That money becomes raw material for the purchase of complex investments. With superior economics—higher investment returns, capital arbitrage through offshore reinsurers, lower overhead—these new or refreshed life insurers can offer superior crediting rates on the long-dated fixed indexed annuities that are sold to older investors and retirees.

The annuity industry has, as a result, undergone an historic change in the past five to 10 years. It may even have been saved. Without the arrival of deep-pocketed private equity companies, low interest rates may have forced traditional insurance companies to take extraordinary measures to keep the promises they made to annuity contract owners back when interest rates were higher.

The new SEC report describes the CLO market as more than doubling to $642 billion today from $250 billion in 2012. The largest holders of CLOs are insurance companies, with about 25% of outstanding CLOs, followed by banks and investment companies, which together hold about 25%.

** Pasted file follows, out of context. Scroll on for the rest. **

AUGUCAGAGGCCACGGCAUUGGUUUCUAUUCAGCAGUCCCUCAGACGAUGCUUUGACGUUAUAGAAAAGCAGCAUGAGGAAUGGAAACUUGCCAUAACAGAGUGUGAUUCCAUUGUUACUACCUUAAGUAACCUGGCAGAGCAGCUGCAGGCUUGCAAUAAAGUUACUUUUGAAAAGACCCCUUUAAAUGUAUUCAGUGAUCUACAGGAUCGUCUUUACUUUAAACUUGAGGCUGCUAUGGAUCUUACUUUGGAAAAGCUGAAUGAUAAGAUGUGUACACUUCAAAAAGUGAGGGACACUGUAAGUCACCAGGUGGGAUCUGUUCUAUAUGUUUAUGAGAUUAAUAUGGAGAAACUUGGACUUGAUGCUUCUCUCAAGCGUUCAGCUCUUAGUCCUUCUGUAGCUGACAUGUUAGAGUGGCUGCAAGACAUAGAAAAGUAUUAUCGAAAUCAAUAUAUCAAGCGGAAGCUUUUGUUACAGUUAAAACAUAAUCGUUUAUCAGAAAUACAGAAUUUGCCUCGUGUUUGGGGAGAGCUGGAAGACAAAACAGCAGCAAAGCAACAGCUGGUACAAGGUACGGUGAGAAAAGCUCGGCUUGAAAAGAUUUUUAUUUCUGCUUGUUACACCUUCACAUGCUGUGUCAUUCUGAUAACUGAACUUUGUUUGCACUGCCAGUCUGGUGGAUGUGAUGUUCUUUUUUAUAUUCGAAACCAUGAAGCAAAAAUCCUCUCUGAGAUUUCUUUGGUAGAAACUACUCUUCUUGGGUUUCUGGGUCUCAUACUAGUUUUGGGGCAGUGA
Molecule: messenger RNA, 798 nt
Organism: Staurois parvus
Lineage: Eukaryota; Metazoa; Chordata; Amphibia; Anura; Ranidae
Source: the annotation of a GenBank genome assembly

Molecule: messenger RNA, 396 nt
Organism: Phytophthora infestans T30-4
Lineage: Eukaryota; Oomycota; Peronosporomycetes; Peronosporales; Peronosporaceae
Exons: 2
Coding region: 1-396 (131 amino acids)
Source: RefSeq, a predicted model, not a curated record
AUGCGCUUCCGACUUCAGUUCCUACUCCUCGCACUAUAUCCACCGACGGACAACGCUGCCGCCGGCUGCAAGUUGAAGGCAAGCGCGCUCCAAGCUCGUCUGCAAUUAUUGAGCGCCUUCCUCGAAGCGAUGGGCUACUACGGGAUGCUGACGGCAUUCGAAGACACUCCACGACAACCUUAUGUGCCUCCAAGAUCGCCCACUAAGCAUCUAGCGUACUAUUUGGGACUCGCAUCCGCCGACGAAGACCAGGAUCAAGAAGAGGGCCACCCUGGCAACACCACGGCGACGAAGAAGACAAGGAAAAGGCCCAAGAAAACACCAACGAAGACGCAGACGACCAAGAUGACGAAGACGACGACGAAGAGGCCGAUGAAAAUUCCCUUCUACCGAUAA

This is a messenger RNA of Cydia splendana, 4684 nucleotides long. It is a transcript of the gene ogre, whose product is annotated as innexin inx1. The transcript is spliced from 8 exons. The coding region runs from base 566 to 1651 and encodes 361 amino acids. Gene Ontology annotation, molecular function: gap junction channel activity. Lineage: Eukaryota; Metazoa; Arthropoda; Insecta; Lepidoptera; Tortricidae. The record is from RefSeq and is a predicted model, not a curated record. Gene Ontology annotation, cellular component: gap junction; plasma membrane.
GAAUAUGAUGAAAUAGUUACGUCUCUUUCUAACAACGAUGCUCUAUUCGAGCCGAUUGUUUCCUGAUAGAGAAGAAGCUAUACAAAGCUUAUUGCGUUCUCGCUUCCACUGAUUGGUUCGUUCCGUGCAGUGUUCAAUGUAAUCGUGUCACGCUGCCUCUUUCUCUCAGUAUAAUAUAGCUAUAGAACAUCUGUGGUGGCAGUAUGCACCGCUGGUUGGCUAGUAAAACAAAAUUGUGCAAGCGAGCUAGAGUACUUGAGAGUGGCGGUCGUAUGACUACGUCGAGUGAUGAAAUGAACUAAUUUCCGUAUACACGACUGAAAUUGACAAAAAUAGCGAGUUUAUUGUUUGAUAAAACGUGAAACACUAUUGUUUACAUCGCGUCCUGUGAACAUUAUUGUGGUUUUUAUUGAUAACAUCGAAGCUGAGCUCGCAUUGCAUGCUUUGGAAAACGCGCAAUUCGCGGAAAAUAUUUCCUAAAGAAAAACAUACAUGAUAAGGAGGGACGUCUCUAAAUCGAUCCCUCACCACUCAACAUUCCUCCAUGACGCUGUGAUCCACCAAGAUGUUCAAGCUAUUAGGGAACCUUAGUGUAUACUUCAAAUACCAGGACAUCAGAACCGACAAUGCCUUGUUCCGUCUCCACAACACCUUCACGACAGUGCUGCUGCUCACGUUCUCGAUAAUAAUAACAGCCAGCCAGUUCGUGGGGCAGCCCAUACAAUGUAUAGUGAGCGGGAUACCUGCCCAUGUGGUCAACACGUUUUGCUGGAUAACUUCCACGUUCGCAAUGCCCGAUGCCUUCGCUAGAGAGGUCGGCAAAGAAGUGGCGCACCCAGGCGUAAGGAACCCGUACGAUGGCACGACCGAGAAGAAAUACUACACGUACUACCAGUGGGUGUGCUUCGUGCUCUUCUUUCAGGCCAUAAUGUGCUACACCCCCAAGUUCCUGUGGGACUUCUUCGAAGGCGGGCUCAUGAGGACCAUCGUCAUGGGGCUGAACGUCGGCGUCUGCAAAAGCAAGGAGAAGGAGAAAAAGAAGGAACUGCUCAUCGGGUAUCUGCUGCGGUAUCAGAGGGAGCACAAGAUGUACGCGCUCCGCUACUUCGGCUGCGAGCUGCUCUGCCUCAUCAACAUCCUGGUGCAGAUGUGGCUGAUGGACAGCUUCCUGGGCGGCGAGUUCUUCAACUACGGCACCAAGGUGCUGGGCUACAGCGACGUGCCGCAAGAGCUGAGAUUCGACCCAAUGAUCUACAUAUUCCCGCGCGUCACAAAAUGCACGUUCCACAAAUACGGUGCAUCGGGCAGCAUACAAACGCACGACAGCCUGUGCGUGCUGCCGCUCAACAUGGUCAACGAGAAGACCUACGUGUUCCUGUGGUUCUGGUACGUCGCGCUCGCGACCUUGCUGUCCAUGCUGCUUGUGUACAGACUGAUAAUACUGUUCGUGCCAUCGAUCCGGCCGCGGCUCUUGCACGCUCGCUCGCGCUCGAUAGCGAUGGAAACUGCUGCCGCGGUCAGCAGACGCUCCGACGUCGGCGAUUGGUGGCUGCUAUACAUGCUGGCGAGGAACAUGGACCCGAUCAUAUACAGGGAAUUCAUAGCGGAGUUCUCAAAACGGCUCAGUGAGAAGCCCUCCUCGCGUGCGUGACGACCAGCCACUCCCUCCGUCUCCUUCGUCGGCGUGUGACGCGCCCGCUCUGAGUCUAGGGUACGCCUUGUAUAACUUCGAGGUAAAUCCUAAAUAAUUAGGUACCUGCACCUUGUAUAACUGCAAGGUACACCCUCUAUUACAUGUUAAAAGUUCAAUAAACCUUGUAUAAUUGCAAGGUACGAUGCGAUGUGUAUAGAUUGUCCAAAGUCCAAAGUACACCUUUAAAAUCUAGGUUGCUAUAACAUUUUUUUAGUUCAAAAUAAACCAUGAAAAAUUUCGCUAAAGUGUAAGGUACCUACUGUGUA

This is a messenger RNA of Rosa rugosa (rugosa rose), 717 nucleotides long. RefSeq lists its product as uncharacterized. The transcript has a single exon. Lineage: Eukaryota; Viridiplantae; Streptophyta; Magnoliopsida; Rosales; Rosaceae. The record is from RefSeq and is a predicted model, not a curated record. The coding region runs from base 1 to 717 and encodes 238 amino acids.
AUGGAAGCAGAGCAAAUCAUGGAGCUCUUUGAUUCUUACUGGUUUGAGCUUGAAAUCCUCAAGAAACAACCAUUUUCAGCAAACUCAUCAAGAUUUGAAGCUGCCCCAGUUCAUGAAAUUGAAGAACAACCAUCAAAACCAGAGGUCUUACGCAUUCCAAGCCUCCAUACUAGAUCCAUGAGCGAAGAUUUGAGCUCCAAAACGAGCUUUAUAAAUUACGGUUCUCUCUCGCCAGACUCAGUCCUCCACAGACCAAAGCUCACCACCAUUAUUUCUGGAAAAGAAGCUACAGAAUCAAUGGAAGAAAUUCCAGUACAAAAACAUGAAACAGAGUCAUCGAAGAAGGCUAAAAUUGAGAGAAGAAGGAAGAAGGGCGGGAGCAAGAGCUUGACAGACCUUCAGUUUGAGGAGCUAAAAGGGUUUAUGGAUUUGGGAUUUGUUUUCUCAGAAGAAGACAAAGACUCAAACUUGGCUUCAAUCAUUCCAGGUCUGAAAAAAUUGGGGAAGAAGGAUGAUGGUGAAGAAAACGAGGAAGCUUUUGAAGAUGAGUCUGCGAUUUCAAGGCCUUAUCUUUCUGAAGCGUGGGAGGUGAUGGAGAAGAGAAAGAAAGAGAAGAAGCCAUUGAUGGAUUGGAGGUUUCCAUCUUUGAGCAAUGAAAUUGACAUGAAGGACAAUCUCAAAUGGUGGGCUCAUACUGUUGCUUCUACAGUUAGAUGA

“The fundamental risk in the leveraged loan and CLO markets is the financial health of leveraged borrowers, i.e., their credit risk,” the report noted. The share of loans rated B2 or lower (B or lower on the S&P scale) rose to 60% at the end of 2019 from 40% in 2016.

For the types of senior CLO tranches that insurance companies hold—and which account for small percentages of a life insurer’s assets—the risk is deemed to be low. But “the prospect of a deterioration in the risk profile of AAA CLO tranches is worthy of examination primarily because it could cause a large class of investors (e.g., investors who must hold mostly low-risk assets) to exit a market that ordinarily has low trading volumes and idiosyncratic tranches,” the report said. “Such a shift could not only disrupt the CLO market but also adversely affect the functioning of the broader leveraged loan market.”